Header graphic for print
Focus on Regulation

Unburden Yourself: FDA Requests Comments on Ways to Implement President Trump’s Regulatory Reform Executive Orders

Earlier this year, in an effort to alleviate unnecessary regulatory burdens, President Trump issued two executive orders, Executive Order 13771, Reducing Regulatory and Controlling Regulatory Costs and Executive Order 13777, Enforcing the Regulatory Reform Agenda. On September 8, 2017, FDA published several notices in the Federal Register, to implement these orders, soliciting comments from the public on ways to modify the agency’s current regulations, while still meeting both the Agency’s public health mission and statutory obligations. Questions FDA hopes the public will consider include:

  • Have advancements and innovations in science or changes in the law resulted in outdated or unnecessary regulations?
  • Are regulations duplicative of FDA or other agency requirements or voluntary or consensus standards from third party organizations?
  • Do regulated entities find compliance with any regulations particularly difficult, and if so, how?
  • Do any regulations require an unnecessary amount of recordkeeping and reporting?
  • Can goals be achieved through less costly means, while still protecting public health?
  • How should FDA prioritize regulations for reform?

FDA has indicated that comments may address considerations beyond the list of questions provided, but that all comments should be as specific as possible, include supporting data or information, and be submitted in the format provided for in the notice.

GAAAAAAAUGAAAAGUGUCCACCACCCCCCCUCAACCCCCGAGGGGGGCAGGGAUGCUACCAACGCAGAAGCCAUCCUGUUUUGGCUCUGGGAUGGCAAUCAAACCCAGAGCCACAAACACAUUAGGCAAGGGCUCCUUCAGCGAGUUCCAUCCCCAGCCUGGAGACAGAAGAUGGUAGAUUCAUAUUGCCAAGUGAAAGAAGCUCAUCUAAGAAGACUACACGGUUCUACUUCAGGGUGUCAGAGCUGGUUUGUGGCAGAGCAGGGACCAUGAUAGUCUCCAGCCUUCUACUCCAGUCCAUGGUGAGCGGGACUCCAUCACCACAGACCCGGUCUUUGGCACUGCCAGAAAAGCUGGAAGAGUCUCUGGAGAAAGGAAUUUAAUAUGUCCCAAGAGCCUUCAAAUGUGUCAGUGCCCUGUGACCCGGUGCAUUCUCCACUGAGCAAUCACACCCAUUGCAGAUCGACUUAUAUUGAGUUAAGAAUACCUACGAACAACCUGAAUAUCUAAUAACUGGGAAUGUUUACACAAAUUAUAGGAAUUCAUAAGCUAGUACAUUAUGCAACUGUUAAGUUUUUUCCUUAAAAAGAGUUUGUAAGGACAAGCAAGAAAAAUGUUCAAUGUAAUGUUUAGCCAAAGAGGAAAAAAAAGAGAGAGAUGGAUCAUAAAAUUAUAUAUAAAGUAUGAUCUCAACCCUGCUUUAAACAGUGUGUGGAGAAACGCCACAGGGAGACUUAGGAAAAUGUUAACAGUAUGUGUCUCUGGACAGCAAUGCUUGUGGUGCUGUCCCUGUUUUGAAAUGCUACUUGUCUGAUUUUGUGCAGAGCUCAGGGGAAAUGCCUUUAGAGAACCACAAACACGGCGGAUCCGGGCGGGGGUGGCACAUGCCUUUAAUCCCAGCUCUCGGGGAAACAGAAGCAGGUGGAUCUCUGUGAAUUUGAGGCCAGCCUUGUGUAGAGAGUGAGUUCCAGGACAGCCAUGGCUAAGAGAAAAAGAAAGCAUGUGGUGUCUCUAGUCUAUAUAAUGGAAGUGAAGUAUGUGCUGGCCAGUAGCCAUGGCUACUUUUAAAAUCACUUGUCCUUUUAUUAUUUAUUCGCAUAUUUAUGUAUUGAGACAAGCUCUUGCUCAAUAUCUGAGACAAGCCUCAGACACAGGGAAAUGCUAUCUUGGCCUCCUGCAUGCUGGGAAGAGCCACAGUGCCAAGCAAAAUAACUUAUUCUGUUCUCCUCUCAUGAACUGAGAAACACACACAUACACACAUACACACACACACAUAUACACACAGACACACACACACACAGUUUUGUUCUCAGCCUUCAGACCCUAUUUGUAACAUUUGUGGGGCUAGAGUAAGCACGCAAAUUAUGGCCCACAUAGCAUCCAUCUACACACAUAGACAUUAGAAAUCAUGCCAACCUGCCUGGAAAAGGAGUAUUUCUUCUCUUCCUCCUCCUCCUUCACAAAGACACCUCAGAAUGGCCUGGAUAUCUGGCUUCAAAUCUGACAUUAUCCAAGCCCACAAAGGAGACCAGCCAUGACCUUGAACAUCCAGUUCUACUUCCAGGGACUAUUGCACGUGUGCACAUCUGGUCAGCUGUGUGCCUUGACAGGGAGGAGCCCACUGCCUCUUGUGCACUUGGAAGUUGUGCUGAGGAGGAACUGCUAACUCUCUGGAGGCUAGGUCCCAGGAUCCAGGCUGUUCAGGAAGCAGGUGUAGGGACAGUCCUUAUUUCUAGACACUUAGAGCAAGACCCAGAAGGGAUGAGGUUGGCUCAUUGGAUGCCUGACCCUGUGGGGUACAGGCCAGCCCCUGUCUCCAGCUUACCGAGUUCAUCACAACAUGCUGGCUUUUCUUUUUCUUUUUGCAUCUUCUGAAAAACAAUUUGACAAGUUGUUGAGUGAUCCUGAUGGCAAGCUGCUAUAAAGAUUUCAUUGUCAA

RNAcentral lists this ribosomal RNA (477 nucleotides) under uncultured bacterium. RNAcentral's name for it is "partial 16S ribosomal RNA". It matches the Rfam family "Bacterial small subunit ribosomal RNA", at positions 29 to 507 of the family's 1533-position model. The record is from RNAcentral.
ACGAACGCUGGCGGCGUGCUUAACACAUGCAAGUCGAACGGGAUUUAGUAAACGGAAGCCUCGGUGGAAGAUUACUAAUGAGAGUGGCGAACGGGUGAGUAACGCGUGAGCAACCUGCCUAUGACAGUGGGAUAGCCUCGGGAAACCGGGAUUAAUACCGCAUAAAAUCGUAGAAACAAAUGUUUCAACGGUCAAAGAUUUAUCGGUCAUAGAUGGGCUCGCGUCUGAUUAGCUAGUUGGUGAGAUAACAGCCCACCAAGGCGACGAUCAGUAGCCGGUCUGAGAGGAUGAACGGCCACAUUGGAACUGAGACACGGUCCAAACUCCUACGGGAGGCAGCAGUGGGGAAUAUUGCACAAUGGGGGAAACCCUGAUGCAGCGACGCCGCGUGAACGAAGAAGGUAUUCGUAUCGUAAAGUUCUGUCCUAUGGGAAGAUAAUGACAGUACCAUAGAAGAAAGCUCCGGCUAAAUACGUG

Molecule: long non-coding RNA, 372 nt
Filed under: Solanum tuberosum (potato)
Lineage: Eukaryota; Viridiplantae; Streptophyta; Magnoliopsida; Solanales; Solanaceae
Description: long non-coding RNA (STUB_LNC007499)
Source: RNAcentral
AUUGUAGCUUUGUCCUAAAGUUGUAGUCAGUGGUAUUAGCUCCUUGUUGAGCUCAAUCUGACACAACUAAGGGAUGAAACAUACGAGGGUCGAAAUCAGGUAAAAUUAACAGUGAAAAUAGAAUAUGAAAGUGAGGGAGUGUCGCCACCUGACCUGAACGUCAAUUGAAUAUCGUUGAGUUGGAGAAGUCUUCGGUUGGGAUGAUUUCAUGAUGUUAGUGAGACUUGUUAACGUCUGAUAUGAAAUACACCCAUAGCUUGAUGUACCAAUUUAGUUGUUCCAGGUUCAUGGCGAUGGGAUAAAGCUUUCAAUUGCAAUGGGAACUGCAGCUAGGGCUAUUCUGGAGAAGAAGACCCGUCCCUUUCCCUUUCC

Yesterday, Deputy Commissioner Anna Abram posted a statement explaining the purpose of the exercise. She stated that “science will remain FDA’s North Star when it comes to our role in devising regulatory policy.” She identified several possible areas of focus, including regulations that “may not adequately reflect advances in science, technology or changes in industry practice.” She also highlighted, as an example, “places where FDA’s rules concerning new drugs are being used in ways that may create obstacles to the timely entry of generic competition.”

Comments are due by December 7, 2017. The agency published seven virtually identical notices—one for each Center and one general notice. The Federal Register Notice for the Center for Drug Evaluation and Research can be accessed here, and the one for the Center for Biologics Evaluation and Research is here.

If you have any questions about these notices or are considering submitting comments, please contact one of the authors of this alert or the Hogan Lovells attorney with whom you regularly work.